On health blogging, disordered eating, and @marieclaire

For those of you who know me offline, you definitely know that I’m smart, ambitious, organized, driven and riotously funny. You might know that I’m neurotic, grouchy, and a militant feminist. You probably don’t know that when I say I’m fat, I’m not using it as a derogatory word. You definitely don’t know that I’m in no way shape or form ashamed of the way I look, nor that I am desperately trying to work through the hang-ups that the patriarchy has given me in regards to fat women talking about being fat. And I’ve only told two people in the world that I’m freaked out about how easy it is to slide into disordered eating while trying to lose weight and live healthier.

I haven’t been blogging lately. Not because I haven’t been off plan, but because I can’t find my voice. For every post that goes up here, three or four are written, but languish indefinitely before I send them to “DO NOT POST” EverNote hell.

I’m conflicted.

And it’s not just the writing I’m conflicted about. I’m conflicted about how to lose weight without disordered eating.

  • How can I always forgive myself for overeating, but put mechanisms into place that make overeating unpleasant, without obsessing over food?
  • How can I rigorously limit calories and track everything that goes into my mouth, without obsessing over food?
  • How can I force myself to stick to my meal plan, without obsessing over food?
  • How can I reward myself for a job well done, without rewarding myself for disordered eating?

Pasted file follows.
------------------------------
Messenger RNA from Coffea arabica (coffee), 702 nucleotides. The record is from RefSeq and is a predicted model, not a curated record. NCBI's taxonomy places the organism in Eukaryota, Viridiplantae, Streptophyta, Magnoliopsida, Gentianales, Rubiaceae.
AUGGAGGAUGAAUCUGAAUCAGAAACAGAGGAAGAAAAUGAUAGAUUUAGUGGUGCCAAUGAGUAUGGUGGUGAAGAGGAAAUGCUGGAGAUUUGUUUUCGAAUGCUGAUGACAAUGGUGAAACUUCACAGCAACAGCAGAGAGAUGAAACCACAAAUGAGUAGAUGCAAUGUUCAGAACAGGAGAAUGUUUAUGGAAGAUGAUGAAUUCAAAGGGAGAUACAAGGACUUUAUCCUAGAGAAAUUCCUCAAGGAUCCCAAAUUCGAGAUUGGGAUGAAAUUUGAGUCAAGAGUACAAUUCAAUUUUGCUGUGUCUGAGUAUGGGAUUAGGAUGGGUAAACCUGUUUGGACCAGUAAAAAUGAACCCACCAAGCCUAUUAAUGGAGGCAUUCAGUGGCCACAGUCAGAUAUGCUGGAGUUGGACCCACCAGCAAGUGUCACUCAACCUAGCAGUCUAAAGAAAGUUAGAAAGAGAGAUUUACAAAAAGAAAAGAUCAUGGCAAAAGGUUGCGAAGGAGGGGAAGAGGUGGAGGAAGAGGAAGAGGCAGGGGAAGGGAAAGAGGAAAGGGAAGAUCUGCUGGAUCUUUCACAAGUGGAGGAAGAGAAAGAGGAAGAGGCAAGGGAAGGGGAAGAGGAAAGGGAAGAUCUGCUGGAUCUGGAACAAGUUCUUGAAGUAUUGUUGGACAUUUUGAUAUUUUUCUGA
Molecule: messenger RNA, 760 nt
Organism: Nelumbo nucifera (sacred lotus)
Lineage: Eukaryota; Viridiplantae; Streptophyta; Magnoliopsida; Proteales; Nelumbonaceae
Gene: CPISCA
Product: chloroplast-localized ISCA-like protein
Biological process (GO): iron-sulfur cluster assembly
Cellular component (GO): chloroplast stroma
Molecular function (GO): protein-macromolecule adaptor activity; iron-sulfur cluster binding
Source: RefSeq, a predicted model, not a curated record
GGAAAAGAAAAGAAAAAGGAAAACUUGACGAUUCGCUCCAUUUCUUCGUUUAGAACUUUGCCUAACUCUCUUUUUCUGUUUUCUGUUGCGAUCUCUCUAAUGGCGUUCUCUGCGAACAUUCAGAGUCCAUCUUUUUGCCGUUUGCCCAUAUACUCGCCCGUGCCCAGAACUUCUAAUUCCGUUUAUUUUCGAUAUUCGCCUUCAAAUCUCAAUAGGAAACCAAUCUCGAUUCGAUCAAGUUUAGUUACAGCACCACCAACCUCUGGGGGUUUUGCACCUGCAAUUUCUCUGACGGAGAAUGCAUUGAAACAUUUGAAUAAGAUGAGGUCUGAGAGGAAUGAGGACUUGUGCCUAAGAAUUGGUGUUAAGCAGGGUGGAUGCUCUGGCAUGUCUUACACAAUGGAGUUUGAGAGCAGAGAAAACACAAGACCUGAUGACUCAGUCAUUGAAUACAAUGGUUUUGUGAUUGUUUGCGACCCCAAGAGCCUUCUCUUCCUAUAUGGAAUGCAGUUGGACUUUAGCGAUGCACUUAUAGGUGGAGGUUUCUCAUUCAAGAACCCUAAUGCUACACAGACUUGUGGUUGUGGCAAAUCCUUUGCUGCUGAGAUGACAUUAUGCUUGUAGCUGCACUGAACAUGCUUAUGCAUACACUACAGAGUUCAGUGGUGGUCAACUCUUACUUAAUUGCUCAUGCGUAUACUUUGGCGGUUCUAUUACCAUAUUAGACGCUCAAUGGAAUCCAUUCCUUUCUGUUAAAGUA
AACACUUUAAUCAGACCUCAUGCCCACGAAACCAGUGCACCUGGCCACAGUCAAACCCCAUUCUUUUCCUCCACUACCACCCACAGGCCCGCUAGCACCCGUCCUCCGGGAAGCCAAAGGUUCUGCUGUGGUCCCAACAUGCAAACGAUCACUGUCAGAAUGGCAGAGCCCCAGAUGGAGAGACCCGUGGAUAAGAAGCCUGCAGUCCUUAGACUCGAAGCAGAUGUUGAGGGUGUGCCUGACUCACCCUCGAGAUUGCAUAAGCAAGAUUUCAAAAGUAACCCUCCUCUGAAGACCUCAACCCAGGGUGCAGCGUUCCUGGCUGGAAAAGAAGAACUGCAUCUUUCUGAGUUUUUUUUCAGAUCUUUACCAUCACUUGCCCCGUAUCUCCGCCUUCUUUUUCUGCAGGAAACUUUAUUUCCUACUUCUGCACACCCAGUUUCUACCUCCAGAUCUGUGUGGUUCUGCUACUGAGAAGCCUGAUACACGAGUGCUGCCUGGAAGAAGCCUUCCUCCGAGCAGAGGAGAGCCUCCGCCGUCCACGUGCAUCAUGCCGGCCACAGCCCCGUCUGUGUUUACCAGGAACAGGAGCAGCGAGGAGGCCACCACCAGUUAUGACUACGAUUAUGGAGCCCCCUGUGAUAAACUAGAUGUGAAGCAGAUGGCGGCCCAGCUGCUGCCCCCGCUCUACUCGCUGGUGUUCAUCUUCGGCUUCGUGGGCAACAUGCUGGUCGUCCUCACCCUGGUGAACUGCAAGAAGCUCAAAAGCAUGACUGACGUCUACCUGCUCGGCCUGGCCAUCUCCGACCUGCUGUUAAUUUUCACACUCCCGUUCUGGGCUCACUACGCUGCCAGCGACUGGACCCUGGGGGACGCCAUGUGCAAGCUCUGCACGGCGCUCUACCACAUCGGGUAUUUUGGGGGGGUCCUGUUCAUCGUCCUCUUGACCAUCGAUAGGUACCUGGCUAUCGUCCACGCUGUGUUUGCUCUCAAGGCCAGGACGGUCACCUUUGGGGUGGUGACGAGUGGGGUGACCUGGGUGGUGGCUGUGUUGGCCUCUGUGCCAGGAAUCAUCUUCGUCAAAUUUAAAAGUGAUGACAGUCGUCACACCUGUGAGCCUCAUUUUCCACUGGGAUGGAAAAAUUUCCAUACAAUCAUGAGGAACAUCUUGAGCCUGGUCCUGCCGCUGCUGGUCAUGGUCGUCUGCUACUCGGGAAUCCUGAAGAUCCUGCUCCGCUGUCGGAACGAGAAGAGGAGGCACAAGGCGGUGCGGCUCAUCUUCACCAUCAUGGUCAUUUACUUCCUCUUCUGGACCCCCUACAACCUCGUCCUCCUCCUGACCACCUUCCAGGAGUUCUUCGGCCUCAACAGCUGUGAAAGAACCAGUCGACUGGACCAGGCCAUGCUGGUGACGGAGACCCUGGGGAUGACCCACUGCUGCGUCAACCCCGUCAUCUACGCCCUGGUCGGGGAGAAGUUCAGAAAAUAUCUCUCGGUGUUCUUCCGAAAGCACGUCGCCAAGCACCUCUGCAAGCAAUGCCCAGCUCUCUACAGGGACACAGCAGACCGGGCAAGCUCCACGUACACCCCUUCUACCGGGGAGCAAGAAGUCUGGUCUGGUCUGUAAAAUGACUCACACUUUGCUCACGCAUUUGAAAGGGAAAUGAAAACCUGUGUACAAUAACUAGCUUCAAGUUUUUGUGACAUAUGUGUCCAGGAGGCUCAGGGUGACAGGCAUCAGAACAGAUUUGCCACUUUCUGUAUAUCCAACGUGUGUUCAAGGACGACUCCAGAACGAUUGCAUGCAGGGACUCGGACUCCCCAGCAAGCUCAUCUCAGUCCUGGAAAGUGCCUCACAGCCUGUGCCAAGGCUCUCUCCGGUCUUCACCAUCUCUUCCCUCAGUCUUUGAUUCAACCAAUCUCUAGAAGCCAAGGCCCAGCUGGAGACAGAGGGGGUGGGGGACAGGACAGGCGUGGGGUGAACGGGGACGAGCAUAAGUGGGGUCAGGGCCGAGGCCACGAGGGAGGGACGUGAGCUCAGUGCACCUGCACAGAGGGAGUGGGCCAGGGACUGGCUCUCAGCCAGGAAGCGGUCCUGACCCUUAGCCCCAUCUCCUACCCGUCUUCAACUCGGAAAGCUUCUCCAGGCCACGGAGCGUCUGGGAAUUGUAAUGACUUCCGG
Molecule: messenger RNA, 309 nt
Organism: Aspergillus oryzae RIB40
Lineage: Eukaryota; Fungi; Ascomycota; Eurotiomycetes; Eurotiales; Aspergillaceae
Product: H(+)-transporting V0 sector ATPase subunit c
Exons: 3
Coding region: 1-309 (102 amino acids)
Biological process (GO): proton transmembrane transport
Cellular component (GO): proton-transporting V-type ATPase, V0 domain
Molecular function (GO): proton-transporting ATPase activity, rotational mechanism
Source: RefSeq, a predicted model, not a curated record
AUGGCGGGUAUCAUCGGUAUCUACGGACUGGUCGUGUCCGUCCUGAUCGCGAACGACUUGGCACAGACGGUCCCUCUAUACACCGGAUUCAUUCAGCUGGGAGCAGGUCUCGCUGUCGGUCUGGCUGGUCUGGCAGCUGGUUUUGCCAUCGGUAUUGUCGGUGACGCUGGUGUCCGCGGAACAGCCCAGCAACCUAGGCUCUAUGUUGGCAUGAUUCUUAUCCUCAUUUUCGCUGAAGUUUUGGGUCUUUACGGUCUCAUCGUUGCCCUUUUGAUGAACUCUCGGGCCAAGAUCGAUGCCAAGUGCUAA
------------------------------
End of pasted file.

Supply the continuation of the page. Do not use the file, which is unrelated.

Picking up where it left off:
• How can I severely cut calories after a binge to balance my intake, without sliding into disordered eating?
  • How can I balance integration into Beninese and Expat society here in Cotonou with this lifestyle change, without making a big public stinkin’ deal of my choices? Oh wait, I’m a blogger.

Here’s the thing: I know that I can’t write about losing weight without occasionally sounding like my eating is disordered. Here’s another thing: I don’t give a fuck. There are three ways to get thin and stay thin once you’ve become obese: fanatically pay attention to what you’re eating (whether you’re counting calories, carbs, going paleo, or something else), become a fitness nut, or both.

Guess which method’s the most successful?

Guess which method the “Big 6” used?

Guess which method I’m using?

In this month’s Marie Claire, there’s an article that trashes the “Big 6” of healthy living blogging for promoting and encouraging eating disorders. Even worse, Marie Claire tears these women apart without a trace of irony. Readers can read about the horrors of food blogging eating disorders before flipping three pages to models that represent the extreme of the patriarchy’s idea of what the ideal woman looks like. Ouch.

The interesting conversation here isn’t about responsibility. It isn’t about being a role model. It isn’t even about what people choose to share in public spaces. It’s about a socieity that expects women to be thin and fit and beautiful, but doesn’t want to hear abut the ugly details of getting there. There’s a lot of blame, defensiveness, and anger going around, and rightfully so. Mairie Claire just told those strong and beautiful woman that all the sweat, blood, and tears that they’ve put into meeting an impossible ideal still isn’t good enough, because they didn’t do it the way Marie Claire wants them to.


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